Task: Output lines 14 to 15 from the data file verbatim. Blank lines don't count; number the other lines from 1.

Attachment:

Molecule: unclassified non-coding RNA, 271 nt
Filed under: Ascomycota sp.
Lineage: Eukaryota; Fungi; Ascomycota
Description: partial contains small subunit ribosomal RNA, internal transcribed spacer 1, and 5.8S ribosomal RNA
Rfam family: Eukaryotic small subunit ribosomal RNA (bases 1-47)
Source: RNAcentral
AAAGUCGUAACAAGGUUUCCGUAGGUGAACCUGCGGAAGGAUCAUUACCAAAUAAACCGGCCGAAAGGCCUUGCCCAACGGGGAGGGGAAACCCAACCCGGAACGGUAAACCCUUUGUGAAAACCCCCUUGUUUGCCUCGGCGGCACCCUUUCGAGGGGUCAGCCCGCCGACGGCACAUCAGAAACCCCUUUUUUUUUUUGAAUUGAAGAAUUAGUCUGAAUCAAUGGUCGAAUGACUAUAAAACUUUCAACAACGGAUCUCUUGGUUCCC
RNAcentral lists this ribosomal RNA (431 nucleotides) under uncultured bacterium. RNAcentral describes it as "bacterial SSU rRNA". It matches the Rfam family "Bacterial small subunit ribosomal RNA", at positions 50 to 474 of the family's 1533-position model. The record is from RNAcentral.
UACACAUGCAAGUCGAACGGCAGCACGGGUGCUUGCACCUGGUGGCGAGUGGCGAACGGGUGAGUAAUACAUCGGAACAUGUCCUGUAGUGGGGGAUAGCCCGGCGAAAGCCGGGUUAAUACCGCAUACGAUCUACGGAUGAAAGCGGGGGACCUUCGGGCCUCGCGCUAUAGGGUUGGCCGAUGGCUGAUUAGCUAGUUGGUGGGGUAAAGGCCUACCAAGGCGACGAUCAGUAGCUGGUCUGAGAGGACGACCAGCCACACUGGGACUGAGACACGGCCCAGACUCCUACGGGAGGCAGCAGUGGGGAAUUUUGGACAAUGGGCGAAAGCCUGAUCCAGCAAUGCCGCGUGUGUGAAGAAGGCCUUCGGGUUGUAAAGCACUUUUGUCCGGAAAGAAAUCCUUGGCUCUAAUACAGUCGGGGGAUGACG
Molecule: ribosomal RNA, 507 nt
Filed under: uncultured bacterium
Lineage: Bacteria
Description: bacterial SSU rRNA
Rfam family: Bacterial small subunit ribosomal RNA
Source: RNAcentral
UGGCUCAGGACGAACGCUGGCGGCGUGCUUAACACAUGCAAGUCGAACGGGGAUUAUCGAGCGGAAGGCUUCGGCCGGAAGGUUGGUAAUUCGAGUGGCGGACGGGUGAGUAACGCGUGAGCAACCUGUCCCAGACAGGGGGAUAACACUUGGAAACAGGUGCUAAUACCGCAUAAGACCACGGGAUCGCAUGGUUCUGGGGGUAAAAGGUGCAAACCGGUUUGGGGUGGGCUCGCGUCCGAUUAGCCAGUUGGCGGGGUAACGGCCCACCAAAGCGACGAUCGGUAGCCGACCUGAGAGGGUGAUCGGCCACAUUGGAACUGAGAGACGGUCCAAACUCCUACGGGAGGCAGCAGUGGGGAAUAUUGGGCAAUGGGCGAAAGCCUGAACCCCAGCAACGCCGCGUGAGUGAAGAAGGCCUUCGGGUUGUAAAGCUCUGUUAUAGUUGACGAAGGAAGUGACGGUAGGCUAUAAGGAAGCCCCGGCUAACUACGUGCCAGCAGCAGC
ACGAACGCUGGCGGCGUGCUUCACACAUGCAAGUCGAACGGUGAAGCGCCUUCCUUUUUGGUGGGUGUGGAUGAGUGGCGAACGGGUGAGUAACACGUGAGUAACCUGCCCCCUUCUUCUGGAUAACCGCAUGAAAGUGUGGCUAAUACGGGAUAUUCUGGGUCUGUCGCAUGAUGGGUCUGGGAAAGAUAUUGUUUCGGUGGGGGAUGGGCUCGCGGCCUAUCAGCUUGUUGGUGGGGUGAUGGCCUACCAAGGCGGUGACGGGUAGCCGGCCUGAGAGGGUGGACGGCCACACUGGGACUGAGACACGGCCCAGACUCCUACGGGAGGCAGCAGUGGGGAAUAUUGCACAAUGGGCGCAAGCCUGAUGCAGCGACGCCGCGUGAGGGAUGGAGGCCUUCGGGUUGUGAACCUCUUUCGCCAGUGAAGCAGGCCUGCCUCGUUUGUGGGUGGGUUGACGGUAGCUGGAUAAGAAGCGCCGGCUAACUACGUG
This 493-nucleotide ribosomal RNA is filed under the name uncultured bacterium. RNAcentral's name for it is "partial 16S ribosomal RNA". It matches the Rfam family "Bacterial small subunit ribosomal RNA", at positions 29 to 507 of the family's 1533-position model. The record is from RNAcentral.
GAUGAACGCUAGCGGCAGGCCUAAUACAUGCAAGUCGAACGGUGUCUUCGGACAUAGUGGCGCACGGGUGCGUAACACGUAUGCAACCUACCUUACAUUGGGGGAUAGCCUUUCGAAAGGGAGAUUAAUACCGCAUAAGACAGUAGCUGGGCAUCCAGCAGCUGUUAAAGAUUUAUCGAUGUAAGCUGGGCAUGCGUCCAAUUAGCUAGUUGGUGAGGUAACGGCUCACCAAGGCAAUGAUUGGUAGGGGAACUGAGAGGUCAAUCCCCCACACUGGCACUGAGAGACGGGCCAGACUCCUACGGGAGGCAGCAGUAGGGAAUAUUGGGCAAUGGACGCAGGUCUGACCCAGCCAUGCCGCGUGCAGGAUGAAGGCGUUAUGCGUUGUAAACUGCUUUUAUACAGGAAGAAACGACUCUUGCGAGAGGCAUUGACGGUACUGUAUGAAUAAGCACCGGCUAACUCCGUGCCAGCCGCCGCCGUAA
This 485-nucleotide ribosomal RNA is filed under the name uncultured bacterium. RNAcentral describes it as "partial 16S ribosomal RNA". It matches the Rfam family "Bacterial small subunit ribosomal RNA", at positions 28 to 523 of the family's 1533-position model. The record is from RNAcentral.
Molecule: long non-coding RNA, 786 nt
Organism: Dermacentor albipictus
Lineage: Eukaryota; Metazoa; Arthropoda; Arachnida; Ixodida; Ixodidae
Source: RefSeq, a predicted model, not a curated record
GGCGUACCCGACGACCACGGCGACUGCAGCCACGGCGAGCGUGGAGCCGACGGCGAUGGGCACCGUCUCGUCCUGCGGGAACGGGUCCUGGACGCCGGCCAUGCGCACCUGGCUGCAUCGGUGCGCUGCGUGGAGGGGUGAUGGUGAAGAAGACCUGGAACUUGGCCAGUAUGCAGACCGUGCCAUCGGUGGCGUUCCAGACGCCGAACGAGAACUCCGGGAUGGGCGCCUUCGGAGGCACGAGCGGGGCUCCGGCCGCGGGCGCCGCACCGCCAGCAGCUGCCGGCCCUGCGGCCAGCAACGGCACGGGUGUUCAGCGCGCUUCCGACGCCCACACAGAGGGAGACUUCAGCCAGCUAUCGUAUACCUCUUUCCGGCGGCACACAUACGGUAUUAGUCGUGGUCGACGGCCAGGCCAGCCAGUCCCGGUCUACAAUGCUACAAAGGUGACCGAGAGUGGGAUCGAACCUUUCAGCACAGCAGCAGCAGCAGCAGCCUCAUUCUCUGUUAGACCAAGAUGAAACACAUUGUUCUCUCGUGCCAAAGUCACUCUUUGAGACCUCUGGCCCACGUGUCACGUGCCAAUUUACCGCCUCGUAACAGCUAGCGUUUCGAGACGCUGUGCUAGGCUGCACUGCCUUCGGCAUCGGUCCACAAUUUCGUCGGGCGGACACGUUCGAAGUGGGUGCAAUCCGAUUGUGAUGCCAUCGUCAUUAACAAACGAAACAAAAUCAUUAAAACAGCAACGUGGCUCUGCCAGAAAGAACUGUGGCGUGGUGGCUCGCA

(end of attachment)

Rfam family: Bacterial small subunit ribosomal RNA
Source: RNAcentral